In Brands We Trust

Yesterday I was mindlessly scrolling through my LinkedIn feed (yeah I was that bored) when I came across a video that with a title along the lines of “Tell me How you Introduce Yourself and I will Tell You Who You Are.” The premise of the video is that a lot of people present their credentials when they introduce themselves. So for example, people say I am so and so and I went to [insert prestigious university]. I used to work at [insert prestigious company] but now I work at [insert another prestigious company].

The reason why we do this is to borrow the reputation and credibility that those universities and companies have and present them as our own. In my opinion, survivorship bias is the mechanism that allows this behavior to be so effective. The few people that we see do extremely well tend to highlight their credentials, which further reinforces the worth of said credentials. This cycle in my opinion is not a problem. It is actually an effective mechanism of trust and it people think it’s a good predictor of future success.

The problem occurs when credentials are the ONLY thing that you can show for yourself. The video pointed out how sad is that the only thing you can show is something that you didn’t even really do for yourself. This might seem like an extreme view and I am not suggesting that we should get rid of these credentials or anything like that. I am also not suggesting that they are not useful. I am just 22 (as of the time of this essay) and my credentials have open a dozen doors. However, I do think that we can get lost in the hype of all these world-class brands in our desire to validate ourselves and perhaps fill a void within ourselves of insecurity.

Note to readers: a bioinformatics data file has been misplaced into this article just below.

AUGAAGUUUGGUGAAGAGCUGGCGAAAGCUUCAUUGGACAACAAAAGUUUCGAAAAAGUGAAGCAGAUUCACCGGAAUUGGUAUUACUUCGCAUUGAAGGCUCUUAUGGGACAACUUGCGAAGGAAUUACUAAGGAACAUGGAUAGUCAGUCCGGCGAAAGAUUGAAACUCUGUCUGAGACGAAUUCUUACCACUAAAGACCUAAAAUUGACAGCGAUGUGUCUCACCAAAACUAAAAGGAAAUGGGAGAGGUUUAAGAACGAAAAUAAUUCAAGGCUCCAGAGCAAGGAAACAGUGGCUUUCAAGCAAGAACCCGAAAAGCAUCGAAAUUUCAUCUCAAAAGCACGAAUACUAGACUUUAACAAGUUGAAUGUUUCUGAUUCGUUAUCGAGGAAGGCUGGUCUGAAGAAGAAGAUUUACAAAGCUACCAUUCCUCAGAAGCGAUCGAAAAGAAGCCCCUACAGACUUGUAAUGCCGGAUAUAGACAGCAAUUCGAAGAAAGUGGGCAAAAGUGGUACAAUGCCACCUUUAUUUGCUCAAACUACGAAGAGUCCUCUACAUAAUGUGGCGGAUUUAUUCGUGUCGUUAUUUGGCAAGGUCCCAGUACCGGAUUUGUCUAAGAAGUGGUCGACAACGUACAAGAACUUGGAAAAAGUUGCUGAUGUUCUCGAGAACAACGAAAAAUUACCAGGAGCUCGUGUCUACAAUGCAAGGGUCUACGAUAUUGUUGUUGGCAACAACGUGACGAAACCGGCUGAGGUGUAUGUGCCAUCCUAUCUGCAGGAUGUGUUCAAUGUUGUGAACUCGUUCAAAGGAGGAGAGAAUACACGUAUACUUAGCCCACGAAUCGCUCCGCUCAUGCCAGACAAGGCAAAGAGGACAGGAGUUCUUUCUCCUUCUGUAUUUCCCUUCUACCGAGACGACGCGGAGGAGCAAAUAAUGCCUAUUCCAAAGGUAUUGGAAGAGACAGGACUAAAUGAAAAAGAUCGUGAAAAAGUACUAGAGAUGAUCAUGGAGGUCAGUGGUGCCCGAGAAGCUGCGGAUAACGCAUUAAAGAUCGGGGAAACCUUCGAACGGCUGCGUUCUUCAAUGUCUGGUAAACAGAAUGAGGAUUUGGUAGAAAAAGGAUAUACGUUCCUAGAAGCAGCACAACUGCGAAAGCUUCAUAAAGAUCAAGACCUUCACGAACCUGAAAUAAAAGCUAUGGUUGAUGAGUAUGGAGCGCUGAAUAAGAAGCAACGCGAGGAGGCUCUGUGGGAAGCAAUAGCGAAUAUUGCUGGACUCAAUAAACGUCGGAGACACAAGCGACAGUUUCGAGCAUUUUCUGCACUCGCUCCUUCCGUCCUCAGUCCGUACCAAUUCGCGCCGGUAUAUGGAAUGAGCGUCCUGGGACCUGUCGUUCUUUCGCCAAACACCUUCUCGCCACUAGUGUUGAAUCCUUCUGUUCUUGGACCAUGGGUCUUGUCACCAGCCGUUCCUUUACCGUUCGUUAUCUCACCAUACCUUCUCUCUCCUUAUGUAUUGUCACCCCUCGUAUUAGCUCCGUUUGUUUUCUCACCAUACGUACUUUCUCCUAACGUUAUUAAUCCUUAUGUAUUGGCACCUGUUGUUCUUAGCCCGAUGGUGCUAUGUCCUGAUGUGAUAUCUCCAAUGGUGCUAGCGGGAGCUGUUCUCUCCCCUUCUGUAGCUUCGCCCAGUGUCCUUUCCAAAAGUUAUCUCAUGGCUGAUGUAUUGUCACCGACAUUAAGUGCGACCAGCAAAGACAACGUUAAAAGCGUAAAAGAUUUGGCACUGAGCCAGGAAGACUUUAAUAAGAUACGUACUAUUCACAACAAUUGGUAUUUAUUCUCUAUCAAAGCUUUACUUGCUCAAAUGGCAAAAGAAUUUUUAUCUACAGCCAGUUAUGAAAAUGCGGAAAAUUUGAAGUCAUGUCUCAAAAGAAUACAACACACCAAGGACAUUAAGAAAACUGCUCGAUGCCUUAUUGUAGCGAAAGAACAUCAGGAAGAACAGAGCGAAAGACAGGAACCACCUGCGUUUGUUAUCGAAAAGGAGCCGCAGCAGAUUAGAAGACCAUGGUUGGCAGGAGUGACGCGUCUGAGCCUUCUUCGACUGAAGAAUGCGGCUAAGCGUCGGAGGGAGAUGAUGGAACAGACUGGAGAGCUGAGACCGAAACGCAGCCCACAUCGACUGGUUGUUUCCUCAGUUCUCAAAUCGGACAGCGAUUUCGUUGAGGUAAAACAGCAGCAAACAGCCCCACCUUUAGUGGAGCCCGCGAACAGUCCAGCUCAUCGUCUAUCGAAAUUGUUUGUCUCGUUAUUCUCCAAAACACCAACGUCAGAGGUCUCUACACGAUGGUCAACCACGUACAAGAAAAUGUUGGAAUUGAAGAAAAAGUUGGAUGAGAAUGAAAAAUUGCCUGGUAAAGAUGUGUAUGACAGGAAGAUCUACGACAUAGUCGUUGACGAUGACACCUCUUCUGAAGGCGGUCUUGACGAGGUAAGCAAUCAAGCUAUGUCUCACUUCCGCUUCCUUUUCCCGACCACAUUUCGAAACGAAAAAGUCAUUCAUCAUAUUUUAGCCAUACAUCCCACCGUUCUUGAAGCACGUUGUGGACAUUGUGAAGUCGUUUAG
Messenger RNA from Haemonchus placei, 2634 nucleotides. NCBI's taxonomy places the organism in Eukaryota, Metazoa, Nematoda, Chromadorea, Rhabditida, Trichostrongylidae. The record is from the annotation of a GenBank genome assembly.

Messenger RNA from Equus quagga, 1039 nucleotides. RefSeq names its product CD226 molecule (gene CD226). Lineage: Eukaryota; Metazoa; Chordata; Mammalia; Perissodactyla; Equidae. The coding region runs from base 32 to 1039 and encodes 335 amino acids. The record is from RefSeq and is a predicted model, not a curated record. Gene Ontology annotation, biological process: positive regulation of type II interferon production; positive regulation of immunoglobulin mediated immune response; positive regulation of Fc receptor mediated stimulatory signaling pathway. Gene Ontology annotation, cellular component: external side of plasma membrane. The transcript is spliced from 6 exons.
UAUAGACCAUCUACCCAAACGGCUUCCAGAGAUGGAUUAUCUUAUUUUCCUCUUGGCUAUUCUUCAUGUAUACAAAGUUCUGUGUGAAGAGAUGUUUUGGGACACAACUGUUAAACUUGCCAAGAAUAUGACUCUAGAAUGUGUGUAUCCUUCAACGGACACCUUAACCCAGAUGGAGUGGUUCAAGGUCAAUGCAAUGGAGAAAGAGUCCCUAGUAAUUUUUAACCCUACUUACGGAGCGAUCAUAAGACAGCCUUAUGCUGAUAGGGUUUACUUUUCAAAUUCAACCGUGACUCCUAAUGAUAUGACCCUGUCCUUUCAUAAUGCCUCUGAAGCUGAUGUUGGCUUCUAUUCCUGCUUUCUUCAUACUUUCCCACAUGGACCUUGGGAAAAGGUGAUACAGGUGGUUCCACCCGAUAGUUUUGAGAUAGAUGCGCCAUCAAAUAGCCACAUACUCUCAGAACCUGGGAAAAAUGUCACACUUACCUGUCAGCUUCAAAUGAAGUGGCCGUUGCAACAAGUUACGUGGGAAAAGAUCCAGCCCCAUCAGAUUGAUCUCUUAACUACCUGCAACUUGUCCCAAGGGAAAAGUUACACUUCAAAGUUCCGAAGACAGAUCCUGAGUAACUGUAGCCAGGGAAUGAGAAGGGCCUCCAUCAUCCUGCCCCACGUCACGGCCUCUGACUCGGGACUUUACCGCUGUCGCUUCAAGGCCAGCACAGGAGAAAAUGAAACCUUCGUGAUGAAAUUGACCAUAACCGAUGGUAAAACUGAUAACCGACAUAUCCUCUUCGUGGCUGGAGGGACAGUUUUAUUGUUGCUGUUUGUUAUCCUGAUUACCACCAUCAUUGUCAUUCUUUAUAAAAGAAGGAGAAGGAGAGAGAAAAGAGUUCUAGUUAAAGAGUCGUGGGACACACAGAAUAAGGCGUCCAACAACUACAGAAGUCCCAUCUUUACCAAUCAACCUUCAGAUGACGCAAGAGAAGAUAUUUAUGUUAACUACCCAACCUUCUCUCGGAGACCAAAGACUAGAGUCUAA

For example, today I was having lunch with this very accomplished guy and within the hour that we had lunch he mentioned that he went to Yale, had a PhD from Stanford and had worked at McKinsey (several times). I don’t think that this person was trying to show-off (at least not intentionally) or convince me of something. I just think that we are so used to presenting our ‘badges’ to everyone and anyone that’s willing to hear that we unconsciously do it to validate ourselves. I am super guilty of doing this and this brings me to my next point.

Starting today I will consciously try to not bring up in conversation with someone my alma mater, my former employers, my accomplishments, etc. unless they explicitly ask me about it or we happen to share a similar background and bringing this up will help find something in common. The purpose of this small experiment is twofold. First, I want to understand who I am a little bit better and not where I’ve gone or for whom I have worked. Second, I want to see where my conversations with strangers go when the focus is more on trying to get to know each other at a personal level and not just verbalize our resumes.

This essay might seem frivolous and to a degree I guess it is. It’s presumably addressed to a very small group of people and it might reflect some sort of egotistical behavior. However, I think it’s a real issue and would love to hear your thoughts on it.